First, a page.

There is a political and cultural background to Cardinal O'Brien's remarks, and these are indicated in the BBC report and in the remarks of Pope Benedict XVI in Westminster Hall, to which Cardinal O'Brien made reference. It is very easy to see Cardinal O'Brien's remarks exclusively in this kind of context, and to then interpret them as being a call for Christians and, among them, Catholics to be assertive in visibly wearing the Cross in the face of a secularising world around them. Undoubtedly the wearing in public of a sign of Christian belief does have this dimension to it, but I would want to suggest that it is a dimension, and not of the essence of wearing a sign of Christian belief.
Within Cardinal O'Brien's homily, it is interesting that he quotes Pope Benedict's observation that:
“Religion is not a problem for legislators to solve, but a vital contributor to the national conversation. In this light, I cannot but voice my concern at the increasing marginalisation of religion, particularly of Christianity, that is taking place in some quarters, even in nations which place a great emphasis on tolerance”.While the second sentence of this quotation draws attention to the political/cultural context, it is the first sentence on which I would like to focus in reflecting on the significance of wearing a sign of Christian belief in the world. "Religion is not a problem ... to solve". The wearing of the Cross, or of another sign of Christian belief, should not represent a problem to others and, for the vast majority of our fellow citizens, this is precisely the case: someone wearing a sign of Christian belief does not represent a problem for them. Cardinal O'Brien's reference to those who already wear a Cross " not in any ostentatious way, not in a way that might harm you at your work or recreation" recognises the need to wear a sign of Christian belief in a way that does not create a problem where there is not really a problem. Immediately following this Cardinal O'Brien observed that such people wear a Cross as:
..a simple indication that you value the role of Jesus Christ in the history of the world, that you are trying to live by Christ’s standards in your own daily life and that you are only too willing to reach out a hand of help to others, as did Jesus Christ when he was on earth.This seems to me to capture what is of the essence of the idea of wearing in public a sign of Christian belief, as Cardinal O'Brien suggests it, a Cross. One can decide to wear a Cross in response to Cardinal O'Brien's words, in a kind of obedience. But the decision to wear a Cross in a way that really expresses the meaning contained in that act belongs to the individual member of the lay faithful. That decision can take encouragement or inspiration from Cardinal O'Brien's words, and rightly so; but it will be an effective sign of witness only if others can see in it that the person wearing the Cross is expressing the three-fold meaning described by Cardinal O'Brien.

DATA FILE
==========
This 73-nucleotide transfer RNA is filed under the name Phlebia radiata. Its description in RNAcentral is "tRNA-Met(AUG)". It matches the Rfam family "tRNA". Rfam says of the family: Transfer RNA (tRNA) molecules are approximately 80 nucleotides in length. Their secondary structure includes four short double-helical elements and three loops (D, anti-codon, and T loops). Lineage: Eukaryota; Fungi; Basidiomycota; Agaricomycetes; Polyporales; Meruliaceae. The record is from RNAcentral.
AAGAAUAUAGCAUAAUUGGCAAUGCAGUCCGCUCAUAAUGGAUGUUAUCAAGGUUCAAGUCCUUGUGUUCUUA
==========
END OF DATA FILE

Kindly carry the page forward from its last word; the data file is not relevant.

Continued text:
It is interesting that the three-fold meaning of the wearing of a Cross as described by Cardinal O'Brien is also a good descriptor of the particular mission of the lay faithful in the Church and in the world - the evangelisation of culture, achieving holiness through the work of our daily lives and charity towards others. In line with this, my view is that the decision to wear a Cross or other sign of Christian belief, particularly in a place of work, lies firmly within the competence of the lay faithful and not within the competence of the ordained or religious states (who have their own forms of public witness). The full text of Cardinal O'Brien's homily seems to respect this; the media coverage - "Britain's most senior Roman Catholic Church cleric has called for Christians to wear a cross every day" - misses that subtlety.